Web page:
Interestingly, Gil Nartea now works as a close-in photographer for Philippine President Benigno “Noynoy” Aquino III.

Read the entire writeup here.

Here is the accompanying photo slideshow to the writeup:

John Reed

John Reed

Harold Evans on that shameful tradition of red scare among Western journalists during modern times:

Only a handful of correspondents and newspapers emerge with credit in reporting the overthrow of the czar, the violent civil war and the intervention by Allied troops against triumphant Bolsheviks. Too many newspapers did not tell the public what was happening, but what newspaper editors and political leaders fervently wished were so — that in 1917 there was no danger of the Russian army deserting the cause; then that the czar was safe; then that Bolshevism would soon perish. The Allied intervention war was so underreported that even today many Americans do not know that 5,000 Polish-Americans from Michigan and Wisconsin joined British forces in Archangel, while 7,000 others went to Siberia to link up with Japanese troops in an attempt to smash the revolution.

In an article for The New Republic in 1920, Walter Lippmann and Charles Merz examined coveraged of the Russian Revolution in what was by then the country’s greatest newspaper, The New York Times, and concluded it was “nothing short of a disaster.” According to Lippmann and Merz, “the news columns were profoundly and crassly influenced by the hopes of the men who ran the paper. On the essential questions, the net effect was almost always misleading.” Between November 1917 and November 1919, the Times  reported on no fewer than 91 occasions that the Bolshevik regime was on the verge of collapse. Official censorship was not to blame. “The chief censor and the chief propagandist were hope and fear in the minds of reporters and editors.” Their contribution to public understanding at a time of supreme crisis “was about as useful as that of an astrologer or alchemist.” The same criticism could be made of the statesmen — including Woodrow Wilson — the military missions, the diplomats and much of the press around the world, including London’s Times. But a rough draft of history did emerge from the bravery and independence of four journalists — John Reed of The Masses, Morgan Phillips Price of The Guardian, Arthur Ransome of Britain’s Daily News and Frazier “Spike” Hunt of the Chicago Tribune.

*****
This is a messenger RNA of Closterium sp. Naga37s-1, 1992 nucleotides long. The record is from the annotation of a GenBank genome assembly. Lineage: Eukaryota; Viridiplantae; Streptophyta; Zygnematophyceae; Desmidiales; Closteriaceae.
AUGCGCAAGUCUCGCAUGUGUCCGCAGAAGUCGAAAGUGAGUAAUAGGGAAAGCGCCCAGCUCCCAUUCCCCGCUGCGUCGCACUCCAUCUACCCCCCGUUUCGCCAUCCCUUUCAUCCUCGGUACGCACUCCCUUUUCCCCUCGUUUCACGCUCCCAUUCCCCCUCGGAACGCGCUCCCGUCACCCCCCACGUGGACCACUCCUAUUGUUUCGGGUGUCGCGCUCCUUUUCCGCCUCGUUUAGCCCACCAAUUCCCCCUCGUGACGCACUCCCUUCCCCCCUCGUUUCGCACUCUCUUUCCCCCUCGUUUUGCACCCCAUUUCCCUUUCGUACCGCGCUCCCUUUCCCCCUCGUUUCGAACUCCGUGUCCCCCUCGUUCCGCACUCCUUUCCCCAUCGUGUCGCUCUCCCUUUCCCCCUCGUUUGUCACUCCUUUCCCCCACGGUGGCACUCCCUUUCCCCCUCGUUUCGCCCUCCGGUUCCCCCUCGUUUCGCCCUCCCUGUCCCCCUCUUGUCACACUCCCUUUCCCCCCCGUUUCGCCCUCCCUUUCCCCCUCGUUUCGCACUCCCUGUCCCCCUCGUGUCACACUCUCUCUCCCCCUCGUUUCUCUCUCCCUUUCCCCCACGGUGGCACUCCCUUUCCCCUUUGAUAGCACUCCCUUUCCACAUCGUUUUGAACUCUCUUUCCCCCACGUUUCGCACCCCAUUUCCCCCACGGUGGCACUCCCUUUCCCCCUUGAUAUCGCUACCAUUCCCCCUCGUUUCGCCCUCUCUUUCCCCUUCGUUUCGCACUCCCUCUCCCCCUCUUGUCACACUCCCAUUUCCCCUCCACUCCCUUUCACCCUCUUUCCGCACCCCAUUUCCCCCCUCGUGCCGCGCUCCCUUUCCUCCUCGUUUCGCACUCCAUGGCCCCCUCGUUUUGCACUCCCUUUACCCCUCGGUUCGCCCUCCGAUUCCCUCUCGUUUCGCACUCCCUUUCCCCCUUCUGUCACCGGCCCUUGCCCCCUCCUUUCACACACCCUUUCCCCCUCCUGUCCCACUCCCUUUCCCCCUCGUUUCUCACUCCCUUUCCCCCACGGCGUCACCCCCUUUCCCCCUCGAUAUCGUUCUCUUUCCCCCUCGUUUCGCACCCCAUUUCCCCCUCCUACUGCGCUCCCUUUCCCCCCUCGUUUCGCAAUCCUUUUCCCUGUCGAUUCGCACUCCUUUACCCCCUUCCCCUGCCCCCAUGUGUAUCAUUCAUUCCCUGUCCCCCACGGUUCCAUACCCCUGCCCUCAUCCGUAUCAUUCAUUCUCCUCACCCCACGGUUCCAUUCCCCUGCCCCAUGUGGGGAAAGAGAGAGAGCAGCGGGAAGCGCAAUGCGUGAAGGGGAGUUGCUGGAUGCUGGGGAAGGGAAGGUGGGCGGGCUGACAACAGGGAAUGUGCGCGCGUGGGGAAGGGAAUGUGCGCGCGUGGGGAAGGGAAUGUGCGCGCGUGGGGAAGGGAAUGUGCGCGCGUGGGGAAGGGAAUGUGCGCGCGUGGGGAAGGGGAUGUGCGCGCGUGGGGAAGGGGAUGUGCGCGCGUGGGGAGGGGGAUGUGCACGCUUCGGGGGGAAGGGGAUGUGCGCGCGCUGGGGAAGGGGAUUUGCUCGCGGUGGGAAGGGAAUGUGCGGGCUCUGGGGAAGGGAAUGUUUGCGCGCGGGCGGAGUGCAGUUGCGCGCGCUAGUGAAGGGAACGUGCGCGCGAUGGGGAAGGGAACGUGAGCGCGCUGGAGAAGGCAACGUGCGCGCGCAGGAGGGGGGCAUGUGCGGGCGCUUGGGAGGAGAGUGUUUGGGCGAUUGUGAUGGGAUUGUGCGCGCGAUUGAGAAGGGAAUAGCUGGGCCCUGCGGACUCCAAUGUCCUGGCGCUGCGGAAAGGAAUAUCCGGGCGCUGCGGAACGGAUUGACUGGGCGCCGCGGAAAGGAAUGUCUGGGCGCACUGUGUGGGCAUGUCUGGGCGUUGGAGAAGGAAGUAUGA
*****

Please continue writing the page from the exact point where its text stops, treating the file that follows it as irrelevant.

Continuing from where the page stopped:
Ten Days That Shook the World

The work by the colorful Hunt, who was alone in predicting that the Bolshevik Reds would win, is a brilliant exception to the time. He horse-sledded almost 1,000 miles from Archangel up frozen rivers and snow-bound forests to reach American outposts, then sneaked out a 5,000-word cable via Norway that helped to have the isolated U.S. troops recalled from a foolish mission. Then he traveled in an armoured train with the Siberian peasant Red soldiers and learned enough to predict that the Bolsheviks would win. The crowning achievement, though, was John Reed’s. He was passionately on the side of the Bolsheviks, attended their riotous, marathon meetings, ate with them, slept with them and argued with them in the wild and menacing confusions in Petrograd. But he was too great an artist and reporter to pump out propaganda. (sic) Here is Reed going into a soldiers’ and workers’ meeting in Smolny Palace in 1917:

“It was cold and at the outer gate the Red Guards had built themselves a bonfire. At the inner gate, too, there was a blaze, by the light of which the sentries slowly spelled out our passes and looked us up and down. The canvas covers had been taken off four rapid-fire guns on each side of the doorway, and the ammunition-belts hung snake-like from their breeches. The long, bare, dimly illuminated halls roared with the thunder of feet, calling, shouting…There was an atmosphere of recklessnes.”

Reed’s “Ten Days That Shook the World” remains a masterpiece of reporting for vivid portraits and insights. He sees Lenin as “a short stocky figure, bald and bulging, a leader purely by virtue of intellect; colorless, humorless, uncompromising and detached, without picturesque idiosyncracies, but with the power of explaining profound ideas in simple terms.” He sees Leon Trotsky “standing up with a pale, cruel face, letting out his rich voice in cool contempt.” He is prophetic: “In the relations of a weak government with a rebellious people there comes a time when every act of the authorities exasperates the masses, and every refusal to act excites their contempt.” He saw it happen.

Workers' uprising in Russia, 1917.

Workers' uprising in Russia, 1917.

And yet Reed was a pariah. His anti-war views and radical politics made him suspect in the eyes of U.S. authorities. His writings in the left-wing Masses twice led to trials on charges of sedition. Although acquitted on both occasions, when he returned to the United States from Petrograd his papers were seized and held by the government for more than a year.